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Art Beat: Wednesday, Nov. 10

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"Art Beat" with Sabri Ben-Achour:

(Nov. 10-30) ARLINGTON ARTISPHERE If you've noticed a preponderance of artsy types milling about the Rosslyn Metro station, it may have something to do with Artisphere on Wilson Blvd. through the end of the month. The three-story space affords actors, artists, dancers, and musicians of all stripes the space needed to flourish. This week features Skateboarding Side Effects, in which artists capture the movements of skateboarding through photography, drawing, painting, sculpture, and film.

(Nov. 10) KAWASAKI'S ROSE And for the best in Czech film, there's always the Lions of Czech Film series at Washington's Avalon Theatre. Kawasaki's Rose screens tonight. The film follows an eminent scientist with a skeleton-filled closet through travails with his family and fame.

(Nov. 10-March 27) PAST, PRESENT, PERHAPS FUTURE Buildings can become ruins, and sometimes, so can art. Mario Garcia Torres and Cyprien Gaillard explore the remnants of recent architecture and art movements in Directions, opening today at the Hirshhorn in Northwest Washington. Both artists use photography and music to ask some serious questions about the ephemeral aspects of art through March.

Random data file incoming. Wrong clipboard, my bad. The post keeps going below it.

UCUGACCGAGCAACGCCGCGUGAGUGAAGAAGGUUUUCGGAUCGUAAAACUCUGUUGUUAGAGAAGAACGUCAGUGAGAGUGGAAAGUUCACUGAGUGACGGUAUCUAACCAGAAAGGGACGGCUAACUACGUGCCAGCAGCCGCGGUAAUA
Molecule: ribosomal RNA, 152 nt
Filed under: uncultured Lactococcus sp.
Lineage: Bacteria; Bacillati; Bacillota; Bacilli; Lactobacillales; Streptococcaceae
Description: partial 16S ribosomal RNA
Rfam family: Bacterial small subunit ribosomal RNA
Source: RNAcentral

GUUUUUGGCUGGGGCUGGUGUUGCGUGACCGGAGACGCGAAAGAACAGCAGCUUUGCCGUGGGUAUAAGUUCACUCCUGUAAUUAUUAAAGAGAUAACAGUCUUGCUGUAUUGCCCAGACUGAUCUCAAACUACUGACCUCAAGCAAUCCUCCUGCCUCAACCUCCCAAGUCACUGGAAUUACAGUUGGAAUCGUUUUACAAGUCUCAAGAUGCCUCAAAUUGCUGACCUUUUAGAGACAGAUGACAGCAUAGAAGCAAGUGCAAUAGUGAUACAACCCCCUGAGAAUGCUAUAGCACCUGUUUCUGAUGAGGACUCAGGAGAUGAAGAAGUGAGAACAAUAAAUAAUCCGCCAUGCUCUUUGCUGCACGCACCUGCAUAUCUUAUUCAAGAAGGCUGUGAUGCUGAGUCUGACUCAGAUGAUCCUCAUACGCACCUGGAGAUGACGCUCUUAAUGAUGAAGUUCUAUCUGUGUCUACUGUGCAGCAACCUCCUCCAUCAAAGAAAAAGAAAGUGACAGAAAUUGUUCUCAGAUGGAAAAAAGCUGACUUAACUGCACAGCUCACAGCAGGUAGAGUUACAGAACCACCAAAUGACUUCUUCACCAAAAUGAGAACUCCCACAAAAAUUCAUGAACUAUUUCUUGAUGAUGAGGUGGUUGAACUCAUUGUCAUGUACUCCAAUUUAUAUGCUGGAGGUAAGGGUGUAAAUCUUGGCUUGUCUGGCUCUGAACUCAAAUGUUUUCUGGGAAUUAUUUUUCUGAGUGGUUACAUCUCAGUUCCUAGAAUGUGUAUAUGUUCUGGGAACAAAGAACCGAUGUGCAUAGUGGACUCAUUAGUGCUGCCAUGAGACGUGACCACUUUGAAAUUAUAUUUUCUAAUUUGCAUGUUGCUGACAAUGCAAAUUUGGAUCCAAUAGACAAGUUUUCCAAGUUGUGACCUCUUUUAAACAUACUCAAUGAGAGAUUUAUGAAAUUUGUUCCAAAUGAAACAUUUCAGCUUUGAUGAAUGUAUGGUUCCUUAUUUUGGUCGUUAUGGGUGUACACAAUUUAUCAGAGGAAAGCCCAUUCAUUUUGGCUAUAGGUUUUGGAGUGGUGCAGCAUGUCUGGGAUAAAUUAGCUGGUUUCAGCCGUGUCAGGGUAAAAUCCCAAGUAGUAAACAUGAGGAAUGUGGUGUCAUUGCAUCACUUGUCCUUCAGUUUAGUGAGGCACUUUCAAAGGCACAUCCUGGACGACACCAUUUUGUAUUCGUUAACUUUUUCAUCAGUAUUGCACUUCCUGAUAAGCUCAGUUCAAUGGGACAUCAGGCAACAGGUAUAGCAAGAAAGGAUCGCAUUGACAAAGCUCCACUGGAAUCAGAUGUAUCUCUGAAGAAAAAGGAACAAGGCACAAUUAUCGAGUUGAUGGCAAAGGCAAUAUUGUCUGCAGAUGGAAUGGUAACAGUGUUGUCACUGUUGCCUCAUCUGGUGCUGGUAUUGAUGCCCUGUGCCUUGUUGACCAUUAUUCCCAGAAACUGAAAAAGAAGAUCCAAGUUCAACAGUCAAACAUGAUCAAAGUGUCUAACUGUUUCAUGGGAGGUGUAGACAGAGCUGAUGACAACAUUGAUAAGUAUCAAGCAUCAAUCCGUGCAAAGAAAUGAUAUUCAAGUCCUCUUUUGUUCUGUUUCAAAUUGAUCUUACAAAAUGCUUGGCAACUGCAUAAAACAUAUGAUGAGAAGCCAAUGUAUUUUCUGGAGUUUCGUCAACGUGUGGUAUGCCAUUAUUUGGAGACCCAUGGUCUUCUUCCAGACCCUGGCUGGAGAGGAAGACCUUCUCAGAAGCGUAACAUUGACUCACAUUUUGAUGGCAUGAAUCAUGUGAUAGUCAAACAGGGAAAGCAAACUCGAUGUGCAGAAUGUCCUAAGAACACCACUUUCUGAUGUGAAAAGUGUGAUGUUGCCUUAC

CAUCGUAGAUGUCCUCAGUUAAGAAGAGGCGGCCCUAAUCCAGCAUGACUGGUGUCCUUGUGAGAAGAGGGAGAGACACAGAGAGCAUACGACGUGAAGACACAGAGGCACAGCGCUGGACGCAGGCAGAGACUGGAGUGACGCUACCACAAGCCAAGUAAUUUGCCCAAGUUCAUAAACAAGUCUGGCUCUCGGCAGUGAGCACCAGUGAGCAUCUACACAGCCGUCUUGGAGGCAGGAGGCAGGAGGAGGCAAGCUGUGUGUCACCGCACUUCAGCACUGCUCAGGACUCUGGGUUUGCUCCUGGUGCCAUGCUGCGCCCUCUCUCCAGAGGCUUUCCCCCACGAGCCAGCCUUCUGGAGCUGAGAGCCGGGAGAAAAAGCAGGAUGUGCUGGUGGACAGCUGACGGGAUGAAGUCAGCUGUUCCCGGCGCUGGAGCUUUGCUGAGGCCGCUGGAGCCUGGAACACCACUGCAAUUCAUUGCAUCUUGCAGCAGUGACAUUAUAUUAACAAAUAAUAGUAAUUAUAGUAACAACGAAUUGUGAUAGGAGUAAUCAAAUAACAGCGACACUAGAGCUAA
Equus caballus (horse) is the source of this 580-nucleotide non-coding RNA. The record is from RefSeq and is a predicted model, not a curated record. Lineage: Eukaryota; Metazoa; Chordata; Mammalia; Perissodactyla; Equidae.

Background music: Everybody Daylight by Bright Black Morning Light

WAMU 88.5

Remains In Jamestown Linked To Early Colonial Leaders

Scientists from the Smithsonian's National Museum of Natural History and The Jamestown Rediscovery Foundation say they've identified four men buried in the earliest English church in America.
WAMU 88.5

The Democracy Of The Diner

Whether the decor is faux '50s silver and neon or authentic greasy spoon, diners are classic Americana, down to the familiar menu items. Rich, poor, black, white--all rub shoulders in the vinyl booths and at formica counters. We explore the enduring appeal and nostalgia of the diner.

WAMU 88.5

D.C. Council Member David Grosso

D.C. Council Member and Chair of the Committee on Education David Grosso joins us to discuss local public policy issues, including the challenges facing D.C. Public Schools.

NPR

Researchers Warn Against 'Autonomous Weapons' Arms Race

Already, researcher Stuart Russell says, sentry robots in South Korea "can spot and track a human being for a distance of 2 miles — and can very accurately kill that person."

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